NHGRI's Nobel Connections

Dr. Oliver Smithies. Photo courtesy of University of North Carolina News ServicesOne of the winners of the 2007 Nobel Prize in physiology or medicine once received a helping hand from the National Human Genome Research Institute. But the aid didn't come on the scientific front - it came on an airplane landing strip.

The saga dates back roughly a decade when a small plane skidded off the short runway at the Airlie Center in Warrenton, Va., and ended up in the mud. The pilot, Oliver Smithies, Ph.D., faced quite a predicament. But a gaggle of National Human Genome Research Institute (NHGRI) staff, assembled for their annual scientific retreat, came to his rescue, applying their collective heave-ho to get Dr. Smithies' craft back onto the runway.

Scientific meetings rarely start with such excitement; but Dr. Smithies, who was then a member of the NHGRI Board of Scientific Counselors, made that gathering one to remember. Now, the octogenarian genomics researcher has landed something far more exciting - a feat that has all of NHGRI cheering.

Dr. Smithies of the University of North Carolina at Chapel Hill is among the trio of researchers recently awarded the 2007 Nobel Prize in physiology or medicine for pioneering work on gene targeting technologies that enabled development of knockout mouse models. In addition to Dr. Smithies, the other recipients were another researcher with ties to NHGRI, Mario R. Capecchi, Ph.D., of the University of Utah School of Medicine, Salt Lake City; and Sir Martin J. Evans, Ph.D., of Cardiff University, Cardiff, United Kingdom.

Dr. Smithies served on the NHGRI Board of Scientific Counselors - a group that previews and evaluates NHGRI's intramural research programs and provides peer review of Division of Intramural Research investigators - from 1994 to 2000. He has used gene targeting to develop mouse models of inherited diseases such as cystic fibrosis and thalassemia. He has also developed numerous mouse models for common human diseases such as hypertension and atherosclerosis.

Dr. Mario Capecchi. Photo by Dirk Douglass, courtesy of University of UtahThe other recent Nobel Prize winner with NHGRI connections is Dr. Capecchi, who is currently collaborating on a comparative sequencing project with the National Institutes of Health (NIH) Intramural Sequencing Center, administratively housed within the NHGRI Intramural Program. He is also a co-author of the 2004 Nature Genetics paper that described the scientific rationale for the trans-NIH Knockout Mouse Project, in which NHGRI is a key participant. In addition to his role in developing gene-targeting technologies, Dr. Capecchi's research has uncovered the roles of genes involved in both mammalian organ development and in the establishment of the body plan. His work has shed light on the causes of several human inborn malformations.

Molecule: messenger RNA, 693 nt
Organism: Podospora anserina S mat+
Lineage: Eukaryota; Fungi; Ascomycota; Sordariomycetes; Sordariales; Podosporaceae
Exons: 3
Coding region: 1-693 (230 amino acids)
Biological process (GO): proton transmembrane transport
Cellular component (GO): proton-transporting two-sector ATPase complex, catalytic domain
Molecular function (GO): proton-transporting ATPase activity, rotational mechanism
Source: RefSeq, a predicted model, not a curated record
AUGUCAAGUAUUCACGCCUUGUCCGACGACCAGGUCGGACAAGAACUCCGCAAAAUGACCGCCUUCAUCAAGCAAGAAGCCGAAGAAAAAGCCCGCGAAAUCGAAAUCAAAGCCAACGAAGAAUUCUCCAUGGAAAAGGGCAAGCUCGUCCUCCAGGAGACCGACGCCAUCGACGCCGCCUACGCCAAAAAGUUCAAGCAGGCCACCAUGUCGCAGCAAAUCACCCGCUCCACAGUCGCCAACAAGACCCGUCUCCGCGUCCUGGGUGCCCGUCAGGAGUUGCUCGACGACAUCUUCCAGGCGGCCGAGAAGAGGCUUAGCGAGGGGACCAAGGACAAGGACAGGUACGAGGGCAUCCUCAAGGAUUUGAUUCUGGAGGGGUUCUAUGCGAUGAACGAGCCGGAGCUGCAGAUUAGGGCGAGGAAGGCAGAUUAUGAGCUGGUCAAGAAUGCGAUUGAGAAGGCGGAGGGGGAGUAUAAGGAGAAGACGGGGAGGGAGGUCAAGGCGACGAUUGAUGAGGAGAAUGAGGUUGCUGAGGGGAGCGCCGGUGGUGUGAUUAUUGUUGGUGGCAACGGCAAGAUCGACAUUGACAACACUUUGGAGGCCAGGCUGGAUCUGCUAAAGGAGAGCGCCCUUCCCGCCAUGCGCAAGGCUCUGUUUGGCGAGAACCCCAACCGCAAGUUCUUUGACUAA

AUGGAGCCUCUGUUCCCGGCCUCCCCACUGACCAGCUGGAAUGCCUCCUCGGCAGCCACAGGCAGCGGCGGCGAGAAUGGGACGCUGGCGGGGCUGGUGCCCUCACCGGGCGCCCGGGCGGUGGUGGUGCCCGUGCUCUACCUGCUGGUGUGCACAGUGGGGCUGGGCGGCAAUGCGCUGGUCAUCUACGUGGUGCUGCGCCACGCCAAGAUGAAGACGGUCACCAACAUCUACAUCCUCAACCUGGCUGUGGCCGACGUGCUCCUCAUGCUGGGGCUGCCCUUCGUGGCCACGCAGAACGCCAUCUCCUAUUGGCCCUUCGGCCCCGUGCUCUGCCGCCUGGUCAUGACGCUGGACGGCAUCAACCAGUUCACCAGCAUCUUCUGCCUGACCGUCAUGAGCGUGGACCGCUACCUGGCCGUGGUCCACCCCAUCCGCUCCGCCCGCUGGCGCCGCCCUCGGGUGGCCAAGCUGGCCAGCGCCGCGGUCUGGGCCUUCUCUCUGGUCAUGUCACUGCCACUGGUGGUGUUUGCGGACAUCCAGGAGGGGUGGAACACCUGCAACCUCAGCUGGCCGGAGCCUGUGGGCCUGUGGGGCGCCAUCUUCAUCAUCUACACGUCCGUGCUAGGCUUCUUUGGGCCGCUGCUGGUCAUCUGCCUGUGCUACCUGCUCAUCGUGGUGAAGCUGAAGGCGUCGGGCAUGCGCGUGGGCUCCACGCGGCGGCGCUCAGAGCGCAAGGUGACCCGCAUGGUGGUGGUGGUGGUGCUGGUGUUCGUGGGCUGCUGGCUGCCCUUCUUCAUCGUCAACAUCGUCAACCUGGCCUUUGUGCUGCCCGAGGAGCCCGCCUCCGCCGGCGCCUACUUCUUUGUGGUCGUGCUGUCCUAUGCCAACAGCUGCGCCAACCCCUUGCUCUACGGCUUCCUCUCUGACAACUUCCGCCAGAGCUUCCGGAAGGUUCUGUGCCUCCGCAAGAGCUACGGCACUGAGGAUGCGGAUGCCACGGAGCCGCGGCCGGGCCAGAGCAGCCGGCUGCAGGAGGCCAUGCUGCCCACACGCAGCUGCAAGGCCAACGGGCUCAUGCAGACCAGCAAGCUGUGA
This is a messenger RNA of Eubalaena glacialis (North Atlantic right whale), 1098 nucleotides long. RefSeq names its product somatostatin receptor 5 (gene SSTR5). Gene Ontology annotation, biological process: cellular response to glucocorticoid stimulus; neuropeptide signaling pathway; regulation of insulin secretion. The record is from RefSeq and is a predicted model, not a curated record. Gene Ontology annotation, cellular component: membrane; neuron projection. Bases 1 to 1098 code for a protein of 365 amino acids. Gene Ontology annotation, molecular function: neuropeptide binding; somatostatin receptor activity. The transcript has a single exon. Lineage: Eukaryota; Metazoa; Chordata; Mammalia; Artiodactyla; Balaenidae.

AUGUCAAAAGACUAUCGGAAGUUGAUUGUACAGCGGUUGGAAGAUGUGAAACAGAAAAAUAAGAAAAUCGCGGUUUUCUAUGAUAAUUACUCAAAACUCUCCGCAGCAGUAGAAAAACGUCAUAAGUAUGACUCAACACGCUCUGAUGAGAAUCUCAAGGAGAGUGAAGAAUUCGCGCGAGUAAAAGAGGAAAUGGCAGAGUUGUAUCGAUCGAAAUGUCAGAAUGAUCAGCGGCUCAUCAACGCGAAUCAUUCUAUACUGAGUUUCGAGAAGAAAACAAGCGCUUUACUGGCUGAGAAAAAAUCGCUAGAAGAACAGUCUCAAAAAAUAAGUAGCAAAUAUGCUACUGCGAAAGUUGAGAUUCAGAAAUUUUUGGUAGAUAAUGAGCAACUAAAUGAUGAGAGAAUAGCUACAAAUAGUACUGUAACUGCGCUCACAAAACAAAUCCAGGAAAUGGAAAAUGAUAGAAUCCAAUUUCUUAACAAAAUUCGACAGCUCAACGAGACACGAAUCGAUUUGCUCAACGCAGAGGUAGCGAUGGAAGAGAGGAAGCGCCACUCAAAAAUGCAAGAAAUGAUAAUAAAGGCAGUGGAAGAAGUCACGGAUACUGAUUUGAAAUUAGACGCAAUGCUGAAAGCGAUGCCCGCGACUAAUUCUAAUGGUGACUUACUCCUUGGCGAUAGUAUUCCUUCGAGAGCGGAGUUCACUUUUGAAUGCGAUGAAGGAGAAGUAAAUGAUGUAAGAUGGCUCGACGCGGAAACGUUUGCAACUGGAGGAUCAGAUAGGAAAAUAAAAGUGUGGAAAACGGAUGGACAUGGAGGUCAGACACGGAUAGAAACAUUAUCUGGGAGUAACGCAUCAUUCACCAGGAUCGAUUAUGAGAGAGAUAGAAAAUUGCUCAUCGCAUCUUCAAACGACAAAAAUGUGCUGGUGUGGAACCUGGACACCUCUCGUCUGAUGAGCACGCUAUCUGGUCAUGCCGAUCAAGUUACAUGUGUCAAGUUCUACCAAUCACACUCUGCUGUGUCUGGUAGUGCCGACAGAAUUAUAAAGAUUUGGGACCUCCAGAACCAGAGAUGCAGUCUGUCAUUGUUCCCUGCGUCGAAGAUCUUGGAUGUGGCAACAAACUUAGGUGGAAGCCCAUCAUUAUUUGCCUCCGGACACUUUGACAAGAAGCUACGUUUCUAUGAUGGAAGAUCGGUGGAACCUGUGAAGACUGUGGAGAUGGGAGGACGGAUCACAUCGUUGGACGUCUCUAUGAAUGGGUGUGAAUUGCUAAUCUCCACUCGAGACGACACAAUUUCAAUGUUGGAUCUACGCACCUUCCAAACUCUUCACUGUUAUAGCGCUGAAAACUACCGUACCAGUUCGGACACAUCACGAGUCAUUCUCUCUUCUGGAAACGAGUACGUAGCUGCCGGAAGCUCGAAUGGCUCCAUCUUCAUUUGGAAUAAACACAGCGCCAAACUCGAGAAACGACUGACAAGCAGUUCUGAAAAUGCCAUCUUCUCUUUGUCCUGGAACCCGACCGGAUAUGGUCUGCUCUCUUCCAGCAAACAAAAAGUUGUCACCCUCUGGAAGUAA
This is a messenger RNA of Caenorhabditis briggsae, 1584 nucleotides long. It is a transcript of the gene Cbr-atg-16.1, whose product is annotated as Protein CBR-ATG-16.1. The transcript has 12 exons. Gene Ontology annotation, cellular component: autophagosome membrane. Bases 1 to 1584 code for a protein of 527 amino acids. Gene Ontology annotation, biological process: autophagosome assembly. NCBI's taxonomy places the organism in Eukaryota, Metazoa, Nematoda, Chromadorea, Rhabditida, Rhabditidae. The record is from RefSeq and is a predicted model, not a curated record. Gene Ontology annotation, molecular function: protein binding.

Gene targeting, the breakthrough technology recognized with this Nobel Prize, can be used to inactivate genes in mice. The result is an animal model, called a knockout mouse, which can be used in experiments to study diseases impacting mice and humans. Gene targeting makes it possible to produce almost any type of DNA modification in the mouse genome, allowing researchers to determine the role of each gene in normal physiology and development.

Researchers are developing knockout mice as models of inherited human diseases such as cancer, heart disease, neurological disorders, diabetes and obesity. Gene targeting has already produced more than five hundred different mouse models of human disorders, including cardiovascular and neurodegenerative diseases, diabetes and cancer.

NIH, and NHGRI in particular, is steeped in research that benefits from the discoveries made by these Nobel laureates. A trans-NIH initiative of particular note is the Knockout Mouse Project mentioned above. NIH works closely with other large-scale efforts that are developing knockout mouse strains now underway in Canada - called the North American Conditional Mouse Mutagenesis Project (NorCOMM) - and in Europe - called the European Conditional Mouse Mutagenesis Program (EUCOMM). The collective goal is to create a mutation in each of the approximately 20,000 protein-coding genes in the mouse genome. The initiative, launched in 2006, aims to generate a comprehensive and public resource of mice containing a knockout mutation in every gene in the mouse genome.

The net impact of the Knockout Mouse Project, made possible by the discoveries of these Nobel Prize awardees, will be the rapid and efficient availability of animal models to study the underlying genetic causes of diseases impacting human health. Biomedical research and public health will receive enormous benefit from the rapid and wide availability of these knockout mouse strains.

"The selection of these researchers to receive a Nobel Prize is very gratifying for those in our field who have utilized gene-targeting technologies for their studies and can see its remarkable promise," said NHGRI Scientific Director, Eric Green, M.D., Ph.D. "It truly represents a fundamental breakthrough that is enabling a wealth of important biomedical research today."

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Last Reviewed: May 9, 2012